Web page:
Roybal’s bill never received a hearing, but the newest Simpson–Mazzoli bill, which was universally opposed by the Hispanic Caucus, narrowly passed the House 216 to 211, before dying in conference with the Senate.99 Though it never became law, the Simpson–Mazzoli legislation revealed ideological and generational fissures within the caucus that caused some of its members to be more willing to compromise on future bills.100
The Immigration Reform and Control Act of 1986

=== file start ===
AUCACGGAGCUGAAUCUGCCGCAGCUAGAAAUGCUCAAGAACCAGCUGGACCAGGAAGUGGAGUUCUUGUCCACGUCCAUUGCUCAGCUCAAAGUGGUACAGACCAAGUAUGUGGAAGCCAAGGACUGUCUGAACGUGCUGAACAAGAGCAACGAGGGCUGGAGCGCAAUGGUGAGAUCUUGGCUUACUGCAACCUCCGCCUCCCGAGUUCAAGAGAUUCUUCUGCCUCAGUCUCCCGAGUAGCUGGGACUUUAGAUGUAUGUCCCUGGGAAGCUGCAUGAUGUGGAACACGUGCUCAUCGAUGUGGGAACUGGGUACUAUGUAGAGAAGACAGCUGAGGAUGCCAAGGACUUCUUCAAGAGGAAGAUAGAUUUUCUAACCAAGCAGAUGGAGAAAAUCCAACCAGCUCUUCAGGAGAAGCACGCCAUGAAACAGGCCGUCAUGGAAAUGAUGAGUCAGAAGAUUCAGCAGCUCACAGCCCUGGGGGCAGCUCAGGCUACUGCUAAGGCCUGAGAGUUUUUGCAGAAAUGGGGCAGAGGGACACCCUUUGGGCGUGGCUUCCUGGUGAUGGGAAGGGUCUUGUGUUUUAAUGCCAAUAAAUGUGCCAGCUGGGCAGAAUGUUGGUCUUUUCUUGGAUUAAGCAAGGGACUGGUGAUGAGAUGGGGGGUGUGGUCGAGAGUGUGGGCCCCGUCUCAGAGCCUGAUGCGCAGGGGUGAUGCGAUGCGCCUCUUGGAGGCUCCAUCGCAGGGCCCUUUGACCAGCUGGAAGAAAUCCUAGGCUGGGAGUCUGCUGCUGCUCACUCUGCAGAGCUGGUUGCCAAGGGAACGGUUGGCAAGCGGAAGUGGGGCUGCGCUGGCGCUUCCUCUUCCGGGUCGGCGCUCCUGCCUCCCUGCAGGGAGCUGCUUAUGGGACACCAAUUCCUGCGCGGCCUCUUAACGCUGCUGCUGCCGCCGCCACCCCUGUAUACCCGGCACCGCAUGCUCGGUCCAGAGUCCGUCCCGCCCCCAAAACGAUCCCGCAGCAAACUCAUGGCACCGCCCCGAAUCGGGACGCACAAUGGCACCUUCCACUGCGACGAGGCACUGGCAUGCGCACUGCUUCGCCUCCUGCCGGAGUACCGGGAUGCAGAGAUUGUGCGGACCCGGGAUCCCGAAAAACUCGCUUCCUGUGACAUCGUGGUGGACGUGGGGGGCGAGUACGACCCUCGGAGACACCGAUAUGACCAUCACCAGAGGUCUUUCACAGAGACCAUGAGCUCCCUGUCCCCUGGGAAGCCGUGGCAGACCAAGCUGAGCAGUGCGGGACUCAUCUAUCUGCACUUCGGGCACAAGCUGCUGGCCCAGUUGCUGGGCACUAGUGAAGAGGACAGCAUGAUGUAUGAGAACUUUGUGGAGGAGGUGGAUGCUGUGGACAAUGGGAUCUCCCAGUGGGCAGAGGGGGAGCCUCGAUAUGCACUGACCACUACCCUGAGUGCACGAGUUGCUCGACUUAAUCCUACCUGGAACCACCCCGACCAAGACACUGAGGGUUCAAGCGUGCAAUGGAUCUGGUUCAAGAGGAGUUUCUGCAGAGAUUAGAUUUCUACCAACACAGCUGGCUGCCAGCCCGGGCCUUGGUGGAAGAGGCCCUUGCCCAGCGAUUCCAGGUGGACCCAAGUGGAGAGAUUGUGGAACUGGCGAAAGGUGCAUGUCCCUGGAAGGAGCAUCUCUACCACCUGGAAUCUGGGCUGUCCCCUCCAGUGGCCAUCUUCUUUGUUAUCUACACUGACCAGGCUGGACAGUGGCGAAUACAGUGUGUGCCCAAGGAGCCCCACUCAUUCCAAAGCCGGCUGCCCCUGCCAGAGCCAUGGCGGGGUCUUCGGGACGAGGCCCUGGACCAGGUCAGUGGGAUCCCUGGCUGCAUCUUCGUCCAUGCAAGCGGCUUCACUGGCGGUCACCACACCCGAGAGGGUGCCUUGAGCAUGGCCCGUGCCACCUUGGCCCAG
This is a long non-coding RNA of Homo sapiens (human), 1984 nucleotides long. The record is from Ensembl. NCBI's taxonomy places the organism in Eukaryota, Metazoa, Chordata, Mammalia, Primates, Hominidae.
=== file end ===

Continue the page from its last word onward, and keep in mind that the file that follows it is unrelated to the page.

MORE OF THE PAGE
The Simpson–Mazzoli proposal was infused with new life in the 99th Congress (1985–1987); bolstered by the sponsorship of House Judiciary Chairman Peter Rodino of New Jersey, the bill was also trimmed of some of its more controversial provisions. The bill (H.R. 3810) still fined employers for knowingly hiring undocumented workers, but offered legal status to those who had entered the United States before 1982 and had since lived in the country continuously.101 The measure received support from a group of junior caucus members who wanted to call attention to issues affecting Hispanic communities and were willing to negotiate on portions of the proposal. Representative Richardson believed employer sanctions were a particularly grievous but inevitable part of any immigration reform, and he sought safeguards against discrimination.102Albert Bustamante regularly described the bill as “imperfect.”103 “We must start formulating an immigration policy. We have been vacillating from year to year,” he told the New York Times. “That foments anger and misperceptions of which Hispanics are often the target.”104